WHO’s Dr Mike Ryan awarded inaugural Cameron Award by RCSI

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Dr Mike Ryan, Executive Director of the World Health Organization (WHO) Health Emergencies Programme, has today been awarded the inaugural Sir Charles A. Cameron Award for Population Health by RCSI University of Medicine and Health Sciences, in recognition of his global leadership during the COVID-19 pandemic.

The award was presented to Dr Ryan during a webinar celebrating the legacy of Sir Charles A. Cameron and marking the centenary of Cameron's death. A former president of RCSI, Cameron was a leading public health doctor in Victorian Dublin, facing frequent outbreaks of diseases including scarlet fever, dysentery, small pox and typhoid.

Dr Ryan currently leads the WHO team responsible for the international response to COVID-19 and he has been at the forefront of managing acute risks to global health for 25 years. He first joined WHO in 1996, with the newly established unit to respond to emerging and epidemic disease threats.

Addressing the webinar, Dr Ryan called for mental health to be a major pillar of the global recovery from COVID-19, so that people can be supported to have the resilience to face what may come in the future. He said: "The toll has not been counted yet but it will continue to have an impact for many years to come."

He also spoke of the importance of sharing information and countering disinformation so that communities are equipped to be the front line of defence at times of public health crises. He said that doctors and scientists need to get better at translating science into the knowledge that people need.

Throughout his career, Cameron created opportunities to influence on behalf of those with the least means across society. In 1879, he personally inspected every tenement house in Dublin, an experience which highlighted to him the link between living conditions and health. He became a leading voice on the need to demolish slums, build houses and construct sanitation and water supply systems. In his roles, he oversaw a seven-fold reduction in deaths among the people of Dublin, and was awarded Freedom of the City of Dublin for his contribution to the health of the city's population.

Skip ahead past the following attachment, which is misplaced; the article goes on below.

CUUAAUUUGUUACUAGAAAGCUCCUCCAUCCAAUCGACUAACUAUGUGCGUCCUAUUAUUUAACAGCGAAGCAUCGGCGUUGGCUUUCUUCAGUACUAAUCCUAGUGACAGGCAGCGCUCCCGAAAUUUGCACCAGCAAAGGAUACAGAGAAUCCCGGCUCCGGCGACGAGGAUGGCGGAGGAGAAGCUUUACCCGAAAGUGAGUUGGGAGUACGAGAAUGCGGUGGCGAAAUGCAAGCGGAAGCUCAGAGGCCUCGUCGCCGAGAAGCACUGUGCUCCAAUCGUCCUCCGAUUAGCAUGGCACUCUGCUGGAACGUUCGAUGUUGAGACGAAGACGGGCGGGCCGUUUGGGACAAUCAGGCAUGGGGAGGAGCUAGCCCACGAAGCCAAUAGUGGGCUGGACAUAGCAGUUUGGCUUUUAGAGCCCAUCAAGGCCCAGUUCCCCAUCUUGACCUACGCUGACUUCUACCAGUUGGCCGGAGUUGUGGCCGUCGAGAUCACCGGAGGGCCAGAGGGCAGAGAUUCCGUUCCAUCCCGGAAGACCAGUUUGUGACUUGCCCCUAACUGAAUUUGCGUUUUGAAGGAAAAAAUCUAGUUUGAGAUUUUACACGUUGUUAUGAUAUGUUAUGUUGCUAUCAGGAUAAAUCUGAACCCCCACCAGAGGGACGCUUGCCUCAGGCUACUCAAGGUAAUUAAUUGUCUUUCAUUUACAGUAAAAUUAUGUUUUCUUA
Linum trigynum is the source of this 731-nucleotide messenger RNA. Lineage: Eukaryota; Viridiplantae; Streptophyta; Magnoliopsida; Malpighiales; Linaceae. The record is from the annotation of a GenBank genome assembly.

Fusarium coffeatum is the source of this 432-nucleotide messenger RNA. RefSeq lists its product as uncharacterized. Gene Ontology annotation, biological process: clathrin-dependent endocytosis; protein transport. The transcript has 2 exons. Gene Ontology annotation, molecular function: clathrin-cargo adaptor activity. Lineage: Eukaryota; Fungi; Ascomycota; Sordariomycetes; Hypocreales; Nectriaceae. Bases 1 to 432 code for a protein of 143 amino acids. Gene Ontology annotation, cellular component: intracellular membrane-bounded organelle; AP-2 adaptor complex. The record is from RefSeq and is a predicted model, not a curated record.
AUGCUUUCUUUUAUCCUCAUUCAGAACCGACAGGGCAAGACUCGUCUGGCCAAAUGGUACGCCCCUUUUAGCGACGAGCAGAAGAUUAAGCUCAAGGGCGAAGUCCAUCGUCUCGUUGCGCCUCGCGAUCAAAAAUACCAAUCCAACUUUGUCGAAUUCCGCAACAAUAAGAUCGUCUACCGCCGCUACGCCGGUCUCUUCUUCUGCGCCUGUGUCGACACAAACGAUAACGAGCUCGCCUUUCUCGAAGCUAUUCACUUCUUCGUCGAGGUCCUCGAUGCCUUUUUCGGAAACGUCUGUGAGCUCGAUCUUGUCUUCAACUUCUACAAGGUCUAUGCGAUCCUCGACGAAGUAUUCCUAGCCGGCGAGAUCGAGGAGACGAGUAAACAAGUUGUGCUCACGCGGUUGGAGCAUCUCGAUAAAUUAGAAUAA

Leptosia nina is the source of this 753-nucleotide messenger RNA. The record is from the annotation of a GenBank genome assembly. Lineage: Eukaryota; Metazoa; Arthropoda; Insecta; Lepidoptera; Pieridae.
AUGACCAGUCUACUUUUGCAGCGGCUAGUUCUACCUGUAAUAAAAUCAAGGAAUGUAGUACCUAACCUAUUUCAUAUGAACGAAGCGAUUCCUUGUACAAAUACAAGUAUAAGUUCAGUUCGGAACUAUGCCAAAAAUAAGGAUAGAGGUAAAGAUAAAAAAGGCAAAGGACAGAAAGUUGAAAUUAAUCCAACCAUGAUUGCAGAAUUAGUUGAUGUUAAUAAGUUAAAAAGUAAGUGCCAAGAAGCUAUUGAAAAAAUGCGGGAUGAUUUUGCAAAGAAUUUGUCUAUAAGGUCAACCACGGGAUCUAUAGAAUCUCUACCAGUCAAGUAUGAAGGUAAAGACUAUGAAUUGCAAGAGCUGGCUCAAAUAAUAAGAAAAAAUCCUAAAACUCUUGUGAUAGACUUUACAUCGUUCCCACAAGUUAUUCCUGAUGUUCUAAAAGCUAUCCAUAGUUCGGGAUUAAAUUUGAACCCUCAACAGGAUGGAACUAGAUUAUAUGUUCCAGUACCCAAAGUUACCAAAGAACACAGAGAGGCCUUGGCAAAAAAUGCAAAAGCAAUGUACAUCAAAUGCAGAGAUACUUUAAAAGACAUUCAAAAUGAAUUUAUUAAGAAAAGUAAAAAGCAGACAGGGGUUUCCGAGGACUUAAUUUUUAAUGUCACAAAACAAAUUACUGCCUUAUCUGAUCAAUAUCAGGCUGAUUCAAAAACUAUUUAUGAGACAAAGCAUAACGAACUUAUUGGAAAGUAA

Dr Ryan has been at the forefront of managing acute risks to global health for 25 years. Over the past year, he has a leader in the fight against COVID-19. Emulating Charles Cameron, he has been a powerful advocate for a 'one global family' response to the pandemic and equity in the distribution of vaccines.

Accepting the award, Dr Ryan said: "The link between Sir Charles Cameron and the pandemic we are living through is entirely relevant. He shows us why it is so important to stand up as advocates for the underpinning determinants of health. This award is a huge personal honour for me. I accept it on behalf of Irish people working at home and abroad in the spirit of Cameron."

Professor Cathal Kelly, RCSI CEO, said: "Through this award, we make explicit the connection between Sir Charles Cameron's relentless drive to improve the lives and health of the citizens of Victorian Dublin and the role of population health in the pandemic we are living through today. We commend Dr Mike Ryan for his dedication to evidence-based public health and the clarity and honesty he employs when engaging with the public, which is an example for health professionals across the globe.

"The importance of population health, so obvious in the impact of Charles Cameron's work, has never been as relevant to our lives as it is today. Through the work of Dr Mike Ryan and his colleagues across the world, we see clearly the role of public health and epidemiology in saving lives. At RCSI, our academics and researchers in population health are working to build global understanding of health, diseases and their determinants, honouring the legacy of Charles Cameron and following the example of Dr Mike Ryan. Our new School of Population Health, established in this centenary year of Cameron's death, will continue his commitment to driving change through science and advocacy for the overall population."

RCSI has created a digital archive telling the story of Sir Charles Cameron's work and impact as part of the university's commemoration of the centenary of his health. The new Sir Charles A. Cameron Award will be presented annually in honour of Cameron and to highlight the role of population health in the global effort towards achieving UN Sustainable Development Goal 3 – Good Health and Well-being.

Dr Mike Ryan with award